HTTP Deployment Handler

Handles the deployment of one or more Deployment Packages to a custom HTTP endpoint.

The custom HTTP endpoint is described by:

  • url
  • statusUrl
  • username
  • password

Custom HTTP endpoints are useful for a large variety of purposes, including writing data into custom databases, synchronizing content from Cloud CMS with existing Content Management products, hooking into custom logic for CDN or cache invalidation and much more.


    "url": "{url}",
    "statusUrl": "{statusUrl}",
    "username": "{username}",
    "password": "{password}"

Where url is the remote address of the server and username and password describe the credentials to be applied using Basic Authentication. The statusUrl is optional - it enables Cloud CMS to poll your endpoint for completion.

How it works

The remote HTTP endpoint must be a POST handler. All POSTs to the endpoint will be multipart/form-data and will contain the following parts:


There will be at least 2 parts (package and archive-{guid1}) where guid1 is the ID of the archive that contains the JSON and binaries being deployed. A deployment package may also have multiple archives in which case there will be more parts. Your custom HTTP endpoint should consider the prefixes of the incoming parts to determine how each is applicable.

The package part provides the JSON for the deployment package.

The HTTP endpoint should acknowledge receipt of the deployment package by returning a 200 and a JSON payload that contains an ID for the deployment package on the endpoint. It may look like this:

    "_doc": "{remoteDeploymentPackageId}"

This _doc, for all intents and purposes, serves as a job ID or a task ID for the background processing that is now occurring against the deployment package on the remote HTTP server.

The statusUrl property is optional. If it is provided, Cloud CMS will poll the HTTP endpoint using the aforementioned _doc to check on the status of the deployment package.

If you do choose to provide statusUrl, then it should point to a GET method that returns the deployment package JSON. This JSON should more or less look like this:

    "_doc": "",
    "operation": "DEPLOY|UNDEPLOY",
    "retain": true|false,
    "records": [{
        "_doc": "",
        "operation": "DEPLOY|UNDEPLOY",
        "ref": "",
        "success": true|false,
        "message": ""
    }, ...]

The state of the deployment package indicates whether the HTTP endpoint has finished processing all of the records contained within it. When it finishes, it should either flip to SUCCESS or ERROR. Further, each individual deployment record should have its state adjusted to FINISHED or ERROR. Further, the success field should be tripped to either true or false. Any deployment records that fail should have their message set so that meaningful information can be conveyed back to Cloud CMS about what went wrong.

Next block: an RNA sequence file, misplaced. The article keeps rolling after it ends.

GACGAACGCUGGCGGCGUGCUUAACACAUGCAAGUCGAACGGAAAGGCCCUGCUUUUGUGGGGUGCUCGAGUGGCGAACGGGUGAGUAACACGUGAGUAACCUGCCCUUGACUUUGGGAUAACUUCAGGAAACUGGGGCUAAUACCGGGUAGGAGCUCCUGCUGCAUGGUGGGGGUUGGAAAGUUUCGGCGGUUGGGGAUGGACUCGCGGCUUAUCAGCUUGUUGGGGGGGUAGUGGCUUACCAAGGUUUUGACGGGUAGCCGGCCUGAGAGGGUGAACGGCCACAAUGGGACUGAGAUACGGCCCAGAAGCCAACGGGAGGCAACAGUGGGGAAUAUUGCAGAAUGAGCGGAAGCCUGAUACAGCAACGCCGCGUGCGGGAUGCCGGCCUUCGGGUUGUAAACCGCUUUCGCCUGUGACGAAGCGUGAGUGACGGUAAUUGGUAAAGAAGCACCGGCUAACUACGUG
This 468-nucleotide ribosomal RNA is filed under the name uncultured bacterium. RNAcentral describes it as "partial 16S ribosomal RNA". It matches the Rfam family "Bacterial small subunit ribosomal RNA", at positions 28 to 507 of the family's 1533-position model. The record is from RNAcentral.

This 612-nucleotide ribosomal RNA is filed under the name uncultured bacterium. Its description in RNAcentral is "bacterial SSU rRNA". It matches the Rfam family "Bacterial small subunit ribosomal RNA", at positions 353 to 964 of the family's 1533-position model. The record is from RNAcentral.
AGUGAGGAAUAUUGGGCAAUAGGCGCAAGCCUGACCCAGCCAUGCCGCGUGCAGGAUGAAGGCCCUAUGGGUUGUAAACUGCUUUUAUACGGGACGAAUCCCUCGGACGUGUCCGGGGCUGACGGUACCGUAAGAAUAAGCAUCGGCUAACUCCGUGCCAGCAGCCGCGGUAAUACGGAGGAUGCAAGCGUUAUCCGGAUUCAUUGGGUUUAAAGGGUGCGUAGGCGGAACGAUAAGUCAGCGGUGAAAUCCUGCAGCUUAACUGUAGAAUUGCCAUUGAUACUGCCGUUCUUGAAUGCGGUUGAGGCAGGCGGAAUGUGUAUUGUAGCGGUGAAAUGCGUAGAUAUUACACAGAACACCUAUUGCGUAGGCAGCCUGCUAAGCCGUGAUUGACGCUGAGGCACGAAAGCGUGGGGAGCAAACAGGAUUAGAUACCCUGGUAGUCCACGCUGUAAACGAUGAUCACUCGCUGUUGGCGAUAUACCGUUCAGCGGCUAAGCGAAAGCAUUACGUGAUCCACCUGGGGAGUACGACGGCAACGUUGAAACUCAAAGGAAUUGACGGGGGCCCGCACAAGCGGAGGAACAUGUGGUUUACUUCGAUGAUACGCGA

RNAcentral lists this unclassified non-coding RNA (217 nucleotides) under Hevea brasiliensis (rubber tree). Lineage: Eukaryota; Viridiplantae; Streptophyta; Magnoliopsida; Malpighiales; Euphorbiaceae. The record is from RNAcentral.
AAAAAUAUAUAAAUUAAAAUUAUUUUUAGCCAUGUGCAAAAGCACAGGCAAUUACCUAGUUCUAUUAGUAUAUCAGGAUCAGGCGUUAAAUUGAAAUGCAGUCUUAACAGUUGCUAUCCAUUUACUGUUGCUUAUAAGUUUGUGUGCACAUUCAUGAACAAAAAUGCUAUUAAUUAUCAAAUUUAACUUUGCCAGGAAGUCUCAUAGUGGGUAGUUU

The statusUrl value is allowed to use a special id field to fill in the _doc of the deployment record as acquired from the initial push. You can populate this using handlebars, like this:{{id}}


Example Configuration

    "url": "",
    "statusUrl": ""
    "username": "inigo",
    "password": "montoya"

Building your own HTTP Deployment Receiver

We encourage you to go on and build some really cool and interesting Cloud CMS Deployment Receivers. To help you get started, we provide a Node.js-based custom HTTP Deployment Receiver that shows off what is possible. It is available in our SDK, here:

To configure this within your own Cloud CMS environment, just add an http Deployment Target and configure it a bit like this:

This Custom HTTP Deployment Receiver uses a small library which is available here:

We encourage you to take a closer look at this library. It may be give you a head start in terms of building out your own custom HTTP Deployment Receivers. At the very least, it should serve as a useful technical reference to compare your own implementations against.

When testing your receiver, you need to ensure that the endpoint is accessible to the outside world, or at the least accessible to the API. On premise users using the API in a docker container hosted on a Mac or Windows PC can access receiver services hosted on the same machine by using the host.docker.internal address. So, for example, when creating your deployment receiver in cloudcms to connect to a local server bound to port 3000, you would configure to the url parameter as http://host.docker.internal:3000.